Ready for REPowerEU? Measures to avoid supply disruptions

The unprecedented energy crisis the EU is facing demands urgent action. Here you’ll find the measures adopted under REPowerEU to reduce gas demand and their impact on companies. 

Beatriz Garcia Fernandez

by Beatriz García Fernández-Viagas

The unprecedented energy crisis the EU is facing demands urgent action. Here you’ll find the measures adopted under REPowerEU to reduce gas demand and their impact on companies.

Back in February 2022, Europe saw the start of a sharp decline in its gas supplies, and a consequent dramatic rise in gas and electricity prices. Energy security is key to economic growth, and the Commission therefore made it a priority to reduce the EU’s dependence on Russian fossil fuels. It unveiled the REPowerEU Plan in May 2022. Since then, it has taken a series of emergency measures to address the energy crisis. Here’s what they could mean for you and your company. 

REPowerEU reaches from securing energy supplies…

The most important priority to ensure that the EU can get through winter is to ensure gas reserves are well stocked. Last June, the Council issued Regulation (EU) 2022/1032 on gas storage, requiring all Member States to fill their gas storage sites to at least 80% by 1 November 2022 (and 90% in subsequent years). This target has already been achieved ahead of time. 

…to reducing gas demand.

However, even full gas storage sites are not enough to cover a full year’s gas demand. Last August, therefore, the Council approved Regulation (EU) 2022/1369, establishing a voluntary gas demand reduction target for all EU countries, lowering each country’s national gas consumption by 15% between August 2022 and March 2023.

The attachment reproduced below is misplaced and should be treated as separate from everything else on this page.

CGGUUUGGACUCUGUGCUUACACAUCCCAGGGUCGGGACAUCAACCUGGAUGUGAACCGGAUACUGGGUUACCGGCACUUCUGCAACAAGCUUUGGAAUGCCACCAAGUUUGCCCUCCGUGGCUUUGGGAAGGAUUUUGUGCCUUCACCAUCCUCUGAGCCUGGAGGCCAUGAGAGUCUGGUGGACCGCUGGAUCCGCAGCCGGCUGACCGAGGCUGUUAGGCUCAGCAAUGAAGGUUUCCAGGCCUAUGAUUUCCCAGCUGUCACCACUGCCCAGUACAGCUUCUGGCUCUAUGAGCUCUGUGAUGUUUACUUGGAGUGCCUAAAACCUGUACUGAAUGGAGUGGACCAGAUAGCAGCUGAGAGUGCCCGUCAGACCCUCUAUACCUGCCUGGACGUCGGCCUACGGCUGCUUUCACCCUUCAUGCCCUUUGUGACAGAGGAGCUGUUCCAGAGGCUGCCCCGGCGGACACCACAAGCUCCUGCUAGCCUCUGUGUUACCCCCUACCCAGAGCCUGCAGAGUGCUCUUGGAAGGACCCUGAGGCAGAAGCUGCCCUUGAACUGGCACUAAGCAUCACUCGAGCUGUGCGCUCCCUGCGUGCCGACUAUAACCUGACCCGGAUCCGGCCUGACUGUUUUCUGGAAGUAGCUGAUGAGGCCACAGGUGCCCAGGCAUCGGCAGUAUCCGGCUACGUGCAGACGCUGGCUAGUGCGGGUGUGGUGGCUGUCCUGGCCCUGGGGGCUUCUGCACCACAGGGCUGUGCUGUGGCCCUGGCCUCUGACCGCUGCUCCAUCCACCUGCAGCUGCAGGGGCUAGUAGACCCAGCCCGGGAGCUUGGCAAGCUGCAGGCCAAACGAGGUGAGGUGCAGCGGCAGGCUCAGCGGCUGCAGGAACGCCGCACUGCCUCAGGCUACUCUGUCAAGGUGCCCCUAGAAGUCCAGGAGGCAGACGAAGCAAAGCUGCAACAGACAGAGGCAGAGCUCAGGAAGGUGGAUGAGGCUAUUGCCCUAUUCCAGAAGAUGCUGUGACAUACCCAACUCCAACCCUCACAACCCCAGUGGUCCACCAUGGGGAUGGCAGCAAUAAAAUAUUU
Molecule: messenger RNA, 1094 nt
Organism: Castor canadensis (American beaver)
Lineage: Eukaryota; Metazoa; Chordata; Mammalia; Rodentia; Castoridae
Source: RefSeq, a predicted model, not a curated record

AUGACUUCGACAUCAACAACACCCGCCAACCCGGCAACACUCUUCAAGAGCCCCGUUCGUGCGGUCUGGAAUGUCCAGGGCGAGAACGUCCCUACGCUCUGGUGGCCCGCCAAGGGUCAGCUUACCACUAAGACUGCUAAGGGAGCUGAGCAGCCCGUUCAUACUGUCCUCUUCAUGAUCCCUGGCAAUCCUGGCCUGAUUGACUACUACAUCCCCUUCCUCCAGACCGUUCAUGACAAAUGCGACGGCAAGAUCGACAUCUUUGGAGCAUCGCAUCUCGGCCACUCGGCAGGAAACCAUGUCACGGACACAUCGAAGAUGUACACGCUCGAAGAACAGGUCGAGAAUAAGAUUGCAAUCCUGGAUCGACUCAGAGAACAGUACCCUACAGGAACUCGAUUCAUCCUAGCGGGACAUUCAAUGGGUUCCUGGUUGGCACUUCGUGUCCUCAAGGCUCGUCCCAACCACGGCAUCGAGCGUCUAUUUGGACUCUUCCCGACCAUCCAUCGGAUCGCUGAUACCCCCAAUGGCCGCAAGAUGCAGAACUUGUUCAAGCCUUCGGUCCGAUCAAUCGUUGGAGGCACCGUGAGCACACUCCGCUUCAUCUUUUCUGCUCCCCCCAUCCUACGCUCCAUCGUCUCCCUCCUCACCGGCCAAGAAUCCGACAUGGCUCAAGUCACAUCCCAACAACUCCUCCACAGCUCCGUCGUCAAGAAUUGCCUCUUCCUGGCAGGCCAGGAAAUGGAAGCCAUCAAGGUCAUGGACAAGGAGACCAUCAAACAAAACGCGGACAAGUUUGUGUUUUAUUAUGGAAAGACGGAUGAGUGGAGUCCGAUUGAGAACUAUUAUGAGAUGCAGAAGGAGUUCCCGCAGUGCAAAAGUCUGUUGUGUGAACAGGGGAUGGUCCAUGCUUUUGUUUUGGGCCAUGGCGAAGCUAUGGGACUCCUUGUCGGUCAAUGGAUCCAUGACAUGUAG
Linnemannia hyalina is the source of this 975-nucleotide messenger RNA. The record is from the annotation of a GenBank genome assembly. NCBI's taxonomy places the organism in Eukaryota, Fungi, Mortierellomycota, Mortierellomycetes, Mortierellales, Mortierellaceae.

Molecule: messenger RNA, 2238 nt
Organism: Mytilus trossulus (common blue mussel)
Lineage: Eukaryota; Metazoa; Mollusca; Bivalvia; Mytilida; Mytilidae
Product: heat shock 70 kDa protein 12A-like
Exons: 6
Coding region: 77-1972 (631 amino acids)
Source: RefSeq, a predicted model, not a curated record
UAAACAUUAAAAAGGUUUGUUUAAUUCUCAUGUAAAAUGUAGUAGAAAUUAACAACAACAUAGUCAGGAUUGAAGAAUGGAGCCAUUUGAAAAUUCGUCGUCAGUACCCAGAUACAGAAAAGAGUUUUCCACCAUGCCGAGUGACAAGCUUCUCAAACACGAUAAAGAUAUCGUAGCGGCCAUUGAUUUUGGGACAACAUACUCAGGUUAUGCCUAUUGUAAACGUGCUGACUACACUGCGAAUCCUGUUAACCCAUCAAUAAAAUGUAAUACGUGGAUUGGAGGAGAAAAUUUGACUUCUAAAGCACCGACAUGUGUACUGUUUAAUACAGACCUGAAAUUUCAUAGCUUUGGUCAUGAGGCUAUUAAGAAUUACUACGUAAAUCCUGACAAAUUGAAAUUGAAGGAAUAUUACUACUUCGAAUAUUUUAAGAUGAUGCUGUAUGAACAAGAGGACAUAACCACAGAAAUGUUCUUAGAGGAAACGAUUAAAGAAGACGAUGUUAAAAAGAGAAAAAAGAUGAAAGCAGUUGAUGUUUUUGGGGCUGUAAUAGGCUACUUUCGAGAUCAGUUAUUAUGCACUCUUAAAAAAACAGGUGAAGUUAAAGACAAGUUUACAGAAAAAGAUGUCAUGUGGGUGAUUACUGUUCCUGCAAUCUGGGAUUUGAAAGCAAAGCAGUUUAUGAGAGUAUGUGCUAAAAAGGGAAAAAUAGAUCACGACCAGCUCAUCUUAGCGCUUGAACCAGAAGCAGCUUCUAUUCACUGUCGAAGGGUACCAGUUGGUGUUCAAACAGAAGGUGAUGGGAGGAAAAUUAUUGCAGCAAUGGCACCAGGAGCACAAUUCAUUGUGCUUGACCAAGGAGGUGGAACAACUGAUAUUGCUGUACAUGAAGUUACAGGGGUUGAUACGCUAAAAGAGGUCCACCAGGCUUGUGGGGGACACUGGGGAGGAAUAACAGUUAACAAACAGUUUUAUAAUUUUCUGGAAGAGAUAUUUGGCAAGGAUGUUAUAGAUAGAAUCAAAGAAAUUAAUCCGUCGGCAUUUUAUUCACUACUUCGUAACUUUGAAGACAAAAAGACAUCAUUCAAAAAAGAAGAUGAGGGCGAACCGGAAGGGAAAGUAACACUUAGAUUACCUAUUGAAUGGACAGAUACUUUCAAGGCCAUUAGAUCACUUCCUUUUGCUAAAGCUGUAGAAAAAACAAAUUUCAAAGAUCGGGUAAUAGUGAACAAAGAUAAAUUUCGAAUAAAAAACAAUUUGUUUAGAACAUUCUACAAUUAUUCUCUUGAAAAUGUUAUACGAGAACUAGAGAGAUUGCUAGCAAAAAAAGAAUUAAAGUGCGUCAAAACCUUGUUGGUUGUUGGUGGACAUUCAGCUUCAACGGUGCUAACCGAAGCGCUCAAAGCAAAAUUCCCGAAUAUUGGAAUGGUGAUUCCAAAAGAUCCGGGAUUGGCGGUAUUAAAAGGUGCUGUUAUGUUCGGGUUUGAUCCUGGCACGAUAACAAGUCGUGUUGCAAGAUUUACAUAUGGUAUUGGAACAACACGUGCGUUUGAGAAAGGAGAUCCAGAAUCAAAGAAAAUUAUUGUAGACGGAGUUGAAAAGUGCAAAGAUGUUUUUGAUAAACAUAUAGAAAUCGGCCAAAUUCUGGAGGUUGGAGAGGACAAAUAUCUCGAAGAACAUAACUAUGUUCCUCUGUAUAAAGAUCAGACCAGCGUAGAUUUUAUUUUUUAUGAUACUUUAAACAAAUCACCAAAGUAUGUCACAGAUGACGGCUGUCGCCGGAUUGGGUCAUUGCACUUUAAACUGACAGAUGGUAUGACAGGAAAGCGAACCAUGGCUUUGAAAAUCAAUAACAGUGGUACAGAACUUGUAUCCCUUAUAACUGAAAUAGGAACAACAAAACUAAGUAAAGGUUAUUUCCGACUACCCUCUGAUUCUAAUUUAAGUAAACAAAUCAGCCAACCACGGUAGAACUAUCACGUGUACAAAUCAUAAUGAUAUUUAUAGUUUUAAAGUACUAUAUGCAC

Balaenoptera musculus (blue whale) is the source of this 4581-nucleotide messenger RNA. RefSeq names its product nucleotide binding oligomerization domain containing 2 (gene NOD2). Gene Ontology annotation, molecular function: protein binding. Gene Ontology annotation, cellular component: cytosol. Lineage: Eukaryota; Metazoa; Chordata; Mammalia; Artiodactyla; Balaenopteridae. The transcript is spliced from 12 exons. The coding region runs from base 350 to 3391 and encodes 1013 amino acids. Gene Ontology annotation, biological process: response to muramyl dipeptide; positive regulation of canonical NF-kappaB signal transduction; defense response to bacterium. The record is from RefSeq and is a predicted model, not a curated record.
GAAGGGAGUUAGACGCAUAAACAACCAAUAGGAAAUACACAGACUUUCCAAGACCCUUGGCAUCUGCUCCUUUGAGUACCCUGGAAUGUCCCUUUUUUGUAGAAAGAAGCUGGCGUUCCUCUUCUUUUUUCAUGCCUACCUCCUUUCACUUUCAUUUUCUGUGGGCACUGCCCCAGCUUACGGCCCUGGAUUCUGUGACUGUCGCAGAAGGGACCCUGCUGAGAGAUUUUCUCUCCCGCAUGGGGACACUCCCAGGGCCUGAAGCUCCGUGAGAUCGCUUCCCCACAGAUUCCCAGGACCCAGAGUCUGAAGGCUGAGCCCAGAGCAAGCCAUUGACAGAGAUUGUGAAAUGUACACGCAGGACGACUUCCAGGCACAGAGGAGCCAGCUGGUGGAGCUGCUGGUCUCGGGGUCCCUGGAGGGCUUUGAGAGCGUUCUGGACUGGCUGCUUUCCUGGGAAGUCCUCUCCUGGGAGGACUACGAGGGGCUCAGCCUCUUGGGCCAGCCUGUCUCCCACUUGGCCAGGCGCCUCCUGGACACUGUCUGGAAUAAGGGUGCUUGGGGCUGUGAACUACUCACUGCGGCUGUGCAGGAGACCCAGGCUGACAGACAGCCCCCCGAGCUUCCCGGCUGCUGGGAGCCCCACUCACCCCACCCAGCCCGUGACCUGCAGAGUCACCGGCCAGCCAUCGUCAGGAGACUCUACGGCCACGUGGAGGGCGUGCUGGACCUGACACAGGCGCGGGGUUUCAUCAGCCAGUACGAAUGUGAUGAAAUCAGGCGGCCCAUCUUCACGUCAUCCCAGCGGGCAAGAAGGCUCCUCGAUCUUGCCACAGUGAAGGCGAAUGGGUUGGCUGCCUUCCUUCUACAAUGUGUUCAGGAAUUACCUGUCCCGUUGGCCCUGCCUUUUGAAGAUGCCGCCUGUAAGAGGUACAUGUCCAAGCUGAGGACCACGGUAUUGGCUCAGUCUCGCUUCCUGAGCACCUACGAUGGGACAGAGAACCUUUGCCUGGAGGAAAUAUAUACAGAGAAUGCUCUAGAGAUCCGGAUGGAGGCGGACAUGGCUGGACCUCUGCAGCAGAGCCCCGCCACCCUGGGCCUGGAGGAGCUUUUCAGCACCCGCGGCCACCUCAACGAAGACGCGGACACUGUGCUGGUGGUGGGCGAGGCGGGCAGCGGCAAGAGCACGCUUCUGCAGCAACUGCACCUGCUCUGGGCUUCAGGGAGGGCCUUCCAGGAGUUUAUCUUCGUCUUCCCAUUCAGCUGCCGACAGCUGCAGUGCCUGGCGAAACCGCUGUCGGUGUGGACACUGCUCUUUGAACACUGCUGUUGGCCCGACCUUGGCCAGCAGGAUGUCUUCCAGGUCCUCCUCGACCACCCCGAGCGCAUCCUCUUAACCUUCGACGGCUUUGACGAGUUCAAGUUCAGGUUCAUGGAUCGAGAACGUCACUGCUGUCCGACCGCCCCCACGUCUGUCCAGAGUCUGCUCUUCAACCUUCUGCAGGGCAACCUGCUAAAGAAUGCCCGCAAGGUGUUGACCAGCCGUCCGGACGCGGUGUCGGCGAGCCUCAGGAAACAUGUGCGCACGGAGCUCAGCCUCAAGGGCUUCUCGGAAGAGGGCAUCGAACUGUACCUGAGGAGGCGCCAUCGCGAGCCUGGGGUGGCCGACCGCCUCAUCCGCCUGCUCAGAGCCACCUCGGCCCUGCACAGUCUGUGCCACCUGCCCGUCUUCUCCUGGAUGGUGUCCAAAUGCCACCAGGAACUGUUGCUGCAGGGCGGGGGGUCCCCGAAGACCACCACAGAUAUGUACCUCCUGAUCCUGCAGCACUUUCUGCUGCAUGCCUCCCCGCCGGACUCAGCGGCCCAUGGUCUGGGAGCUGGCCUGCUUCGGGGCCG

Member States are free to choose how they achieve this as long as they do not affect protected customers, including households, or essential services, such as hospitals and defence establishments. However, the Commission suggests that priority should be given to: 

  • lowering gas consumption in the electricity sector; 
  • promoting fuel switching and reducing consumption by industry; and 
  • reducing heating and cooling. 

The Council also has power to make the 15% gas reduction target binding if voluntary measures are insufficient to reduce gas demand. 

Energy security is key to economic growth, and now the EU’s priority to reduce the EU’s dependence on Russian fossil fuels.

Exceptions to the rule

Some EU countries have been granted exemptions from these measures, particularly Ireland, Cyprus and Malta, which are not connected to other Member States’ gas networks. Countries still connected to Russia’s power system (such as Estonia, Lithuania, and Latvia) can ask for an exemption if they are desynchronized from Russia’s grid. 

Member States can also request derogations from the 15% target. This might happen, for instance, if they can prove they have limited interconnection with other EU countries. For example, Spain and Portugal have already announced that they will only reduce their gas demand by 7–8% on these grounds. 

National authorities can also exempt particular sectors and customers from the gas demand reduction measures. This might happen to avoid disruption of critical supply chains (like food), or potential long-lasting damage to industrial installations if they stop operating (such as textile, pharmaceutical, chemical, glass and steel plants). 

Addressing soaring electricity prices